Aging, Immigration And Workers

Larry Price
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Wednesday - October 01, 2008
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About 10 years ago, management guru Peter Drucker predicted that “the center of gravity in employment is moving fast from manual and clerical workers to knowledge workers.”

Now, work-force demographics are changing, making hiring good employees very difficult.

Our labor force is getting older. There are about 11 percent fewer Americans born between 1966 and 1985 than there were in the 20 years after World War II.

And there’s more. The work force is not only becoming older, it is becoming more multi-ethnic. It is estimated that in the years between 2004 and 2014, the white labor force will grow by 7 percent, compared to Asians by 32 percent and others by 30 percent. Women workers will increase to 60 percent by 2014 and by then the number of people in the labor force between the age of 55 and 64 will increase by about 7 million through 2014. Workers will forgo retirement and employers will hire back many of those who have retired. And with the economy getting tighter, it won’t be a pretty picture.


For most of the U.S., this means many employers will focus particularly on the aging of the work force. That, in turn, means more employers’ concern over the number of workers with eldercare responsibilities.

In Hawaii, this also means higher rates of immigration. We have already seen the tip of the immigration problem. Federal agents conducted a raid on a Maui condominium construction site and arrested 21 illegal immigrant workers. It is the same construction site that federal agents raided and arrested 23 workers from three different companies. Even more curious is the “illegals” came from Mexico, Brazil and Slovakia.

How do employers find workers in far-off lands?

The simple answer is they are recruited. The way it’s done now is a lot different than in the sugar plantation days. Then, they hired professional recruiters to find workers in Japan, Portugal, the Americas and the Philippines in person and bring them back on ships. Today, the Internet has made it much easier. The new technology means personnel departments have little difficulty building pools of recruits to choose from, ready and willing to seek employment in Hawaii and prosper in paradise.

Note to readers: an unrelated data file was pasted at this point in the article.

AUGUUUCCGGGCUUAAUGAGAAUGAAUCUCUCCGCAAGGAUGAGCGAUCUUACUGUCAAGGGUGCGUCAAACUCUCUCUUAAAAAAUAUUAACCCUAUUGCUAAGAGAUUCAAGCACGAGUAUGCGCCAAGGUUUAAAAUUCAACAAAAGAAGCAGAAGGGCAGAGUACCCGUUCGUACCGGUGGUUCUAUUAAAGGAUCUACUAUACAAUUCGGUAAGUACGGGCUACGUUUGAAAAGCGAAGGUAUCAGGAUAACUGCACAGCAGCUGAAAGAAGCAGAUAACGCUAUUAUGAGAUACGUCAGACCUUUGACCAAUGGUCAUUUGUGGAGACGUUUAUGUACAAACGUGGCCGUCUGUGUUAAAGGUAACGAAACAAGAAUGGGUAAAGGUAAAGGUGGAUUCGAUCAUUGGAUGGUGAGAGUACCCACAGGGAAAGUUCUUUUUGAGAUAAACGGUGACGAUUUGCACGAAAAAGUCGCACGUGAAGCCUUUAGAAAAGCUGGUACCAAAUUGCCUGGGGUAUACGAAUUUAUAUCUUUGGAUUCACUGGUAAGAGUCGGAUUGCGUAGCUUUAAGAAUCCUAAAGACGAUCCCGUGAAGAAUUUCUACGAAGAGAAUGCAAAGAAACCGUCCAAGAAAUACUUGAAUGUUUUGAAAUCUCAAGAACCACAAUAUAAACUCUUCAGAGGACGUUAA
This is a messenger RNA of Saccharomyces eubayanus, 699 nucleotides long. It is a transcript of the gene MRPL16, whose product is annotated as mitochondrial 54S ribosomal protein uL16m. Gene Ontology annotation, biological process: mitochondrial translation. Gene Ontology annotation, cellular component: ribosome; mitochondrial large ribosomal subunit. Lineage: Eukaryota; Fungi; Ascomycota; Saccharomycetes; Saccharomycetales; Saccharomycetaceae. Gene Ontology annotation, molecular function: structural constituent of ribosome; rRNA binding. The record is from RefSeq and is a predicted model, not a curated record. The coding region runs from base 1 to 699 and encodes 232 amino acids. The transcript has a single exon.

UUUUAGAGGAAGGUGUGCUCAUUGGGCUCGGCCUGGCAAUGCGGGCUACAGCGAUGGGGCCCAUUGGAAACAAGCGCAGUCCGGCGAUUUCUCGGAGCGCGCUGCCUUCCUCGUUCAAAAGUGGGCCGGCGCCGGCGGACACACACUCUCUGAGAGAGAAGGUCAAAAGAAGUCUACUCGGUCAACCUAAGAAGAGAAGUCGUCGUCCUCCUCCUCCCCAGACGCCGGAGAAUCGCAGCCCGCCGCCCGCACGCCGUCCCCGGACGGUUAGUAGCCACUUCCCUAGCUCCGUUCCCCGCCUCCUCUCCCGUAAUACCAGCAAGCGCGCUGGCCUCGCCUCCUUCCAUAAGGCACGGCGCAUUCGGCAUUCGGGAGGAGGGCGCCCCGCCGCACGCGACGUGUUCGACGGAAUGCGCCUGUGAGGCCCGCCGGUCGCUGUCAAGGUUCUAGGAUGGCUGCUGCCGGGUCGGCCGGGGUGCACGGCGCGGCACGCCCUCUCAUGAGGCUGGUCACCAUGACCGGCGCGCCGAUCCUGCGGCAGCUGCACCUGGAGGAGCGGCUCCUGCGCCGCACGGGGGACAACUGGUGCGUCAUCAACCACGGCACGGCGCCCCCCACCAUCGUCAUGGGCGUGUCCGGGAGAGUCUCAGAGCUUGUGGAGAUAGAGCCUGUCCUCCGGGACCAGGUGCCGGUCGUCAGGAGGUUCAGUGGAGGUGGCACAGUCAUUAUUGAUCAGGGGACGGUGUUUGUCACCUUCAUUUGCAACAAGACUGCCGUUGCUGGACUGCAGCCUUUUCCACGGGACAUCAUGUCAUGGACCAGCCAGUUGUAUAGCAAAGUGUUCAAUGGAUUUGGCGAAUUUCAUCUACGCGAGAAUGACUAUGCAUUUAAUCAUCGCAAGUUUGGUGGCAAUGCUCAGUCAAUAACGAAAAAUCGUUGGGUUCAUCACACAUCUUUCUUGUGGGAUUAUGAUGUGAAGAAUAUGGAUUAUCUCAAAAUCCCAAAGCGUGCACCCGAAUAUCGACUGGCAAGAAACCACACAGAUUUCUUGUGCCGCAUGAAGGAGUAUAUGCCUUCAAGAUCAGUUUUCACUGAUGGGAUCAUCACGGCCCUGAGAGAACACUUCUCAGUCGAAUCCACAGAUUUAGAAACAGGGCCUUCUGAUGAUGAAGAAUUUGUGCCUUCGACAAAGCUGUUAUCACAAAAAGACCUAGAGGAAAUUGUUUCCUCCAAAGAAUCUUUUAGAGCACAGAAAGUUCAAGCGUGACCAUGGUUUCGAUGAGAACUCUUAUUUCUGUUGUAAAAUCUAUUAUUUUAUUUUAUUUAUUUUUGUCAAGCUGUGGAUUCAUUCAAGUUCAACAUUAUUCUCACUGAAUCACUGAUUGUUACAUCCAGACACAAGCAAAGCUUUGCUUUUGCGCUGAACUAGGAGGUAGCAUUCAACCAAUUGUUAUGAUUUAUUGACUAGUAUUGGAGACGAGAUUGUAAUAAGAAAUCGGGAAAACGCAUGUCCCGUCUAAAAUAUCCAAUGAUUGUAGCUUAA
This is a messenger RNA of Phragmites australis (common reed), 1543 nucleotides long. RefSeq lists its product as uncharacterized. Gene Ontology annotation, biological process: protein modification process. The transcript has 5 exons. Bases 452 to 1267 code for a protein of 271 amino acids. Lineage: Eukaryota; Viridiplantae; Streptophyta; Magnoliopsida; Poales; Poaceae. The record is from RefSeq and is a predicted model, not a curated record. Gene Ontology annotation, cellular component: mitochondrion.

It’s unlikely the government can stem the tide of “illegal” or “undocumented” workers to Hawaii. It may be a good time for the government and its industrial relations department to seek the assistance of local and national unions. The emergence of union legislation in the 1930s added the responsibilities of protecting personnel departments. This is a good suggestion, because as we have all seen in places like Samoa and Palau, the legislation also created the potential for handling and processing discrimination-related lawsuits and penalties, and general oversight about how immigrant workers should be treated.


The legislation also helps employers to comply with immigration laws. The back-to-back raids on Maui a couple of weeks apart are proof that some in charge don’t know the U.S. immigration laws apply in Hawaii. Prospective employees can prove their eligibility to work here in two ways. First is to show a document such as a U.S. passport. Second, show an alien registration card with a photograph that proves the individual’s eligibility to work in Hawaii. It’s also possible, but much harder, to obtain a person’s employment eligibility by applying for a work permit. Problem with that is a lot of them are fakes.

Those choosing to take a chance on using illegal immigrant workers should be advised that not only is it against the law with heavy fines possible, the Department of Homeland Security recently started pressing criminal charges against suspected violators. Once employers get involved in the arena, they can face some really severe penalties.

It is socially intelligent for employers to protect themselves and avoid accusations of hiring illegal workers by conducting employment verification, criminal records checks, drug screening and reference checks. An easier way is to hire someone who knows how to deal with these kinds of workers.

All of the research and literature indicate the problem of illegal immigrant workers in a global economy, especially Hawaii, is going to get much worse before it gets better.

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